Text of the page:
The metabolic syndrome and subclinical carotid atherosclerosis: the Northern Manhattan Study.

Tatjana Rundek, Halina White, Bernadette Boden-Albala, Zhezhen Jin, Mitchell S V Elkind, Ralph L. Sacco

Research output: Contribution to journalArticlepeer-review


The metabolic syndrome (MetS) is a distinctive phenotype associated with an increased risk of vascular disease. Carotid plaque is a surrogate marker of subclinical atherosclerosis and a powerful predictor of vascular outcomes. The relationship between the MetS and subclinical atherosclerosis in multiethnic populations has not been well characterized. The authors have evaluated the association of the MetS with subclinical atherosclerosis among 1895 community residents from the Northern Manhattan Study (mean age, 68.0+/-9.7 years; 59% women; 25% black; 22% white; 51% Hispanic). The prevalence of the MetS was 41% (35% in men, 45% in women), and 57% of subjects had carotid plaque. In a multivariate-adjusted logistic regression model, the MetS was a significant predictor of plaque presence (odds ratio, 1.36; 95% confidence interval, 1.10-1.67). Additionally, the number of MetS components was significantly associated with plaque prevalence. Further studies are needed to understand the role of the MetS in the progression from subclinical to clinical atherosclerotic disease.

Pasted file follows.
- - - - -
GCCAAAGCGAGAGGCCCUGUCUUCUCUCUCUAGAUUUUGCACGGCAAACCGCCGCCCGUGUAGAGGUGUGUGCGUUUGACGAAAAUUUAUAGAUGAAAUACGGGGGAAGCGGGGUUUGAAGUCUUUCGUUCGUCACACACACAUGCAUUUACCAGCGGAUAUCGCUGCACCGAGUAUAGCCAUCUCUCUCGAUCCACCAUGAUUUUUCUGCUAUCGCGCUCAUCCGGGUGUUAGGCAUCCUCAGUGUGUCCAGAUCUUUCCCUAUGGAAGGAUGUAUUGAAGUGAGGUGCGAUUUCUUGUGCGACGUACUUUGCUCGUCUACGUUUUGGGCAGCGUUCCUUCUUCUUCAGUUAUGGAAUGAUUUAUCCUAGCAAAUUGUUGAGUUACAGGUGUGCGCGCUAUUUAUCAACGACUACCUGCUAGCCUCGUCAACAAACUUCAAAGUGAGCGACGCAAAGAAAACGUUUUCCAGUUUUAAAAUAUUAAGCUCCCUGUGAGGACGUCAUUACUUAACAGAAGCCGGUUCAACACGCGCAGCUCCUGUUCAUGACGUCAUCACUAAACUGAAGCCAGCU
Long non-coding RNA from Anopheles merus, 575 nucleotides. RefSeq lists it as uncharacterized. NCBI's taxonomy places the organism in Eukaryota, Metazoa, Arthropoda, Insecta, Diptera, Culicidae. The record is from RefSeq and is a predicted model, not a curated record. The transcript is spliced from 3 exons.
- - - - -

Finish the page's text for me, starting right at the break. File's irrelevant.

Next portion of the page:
Original languageEnglish (US)
Pages (from-to)24-29
Number of pages6
JournalJournal of the cardiometabolic syndrome
Issue number1
StatePublished - 2007

ASJC Scopus subject areas

  • Internal Medicine
  • Endocrinology, Diabetes and Metabolism
  • Cardiology and Cardiovascular Medicine


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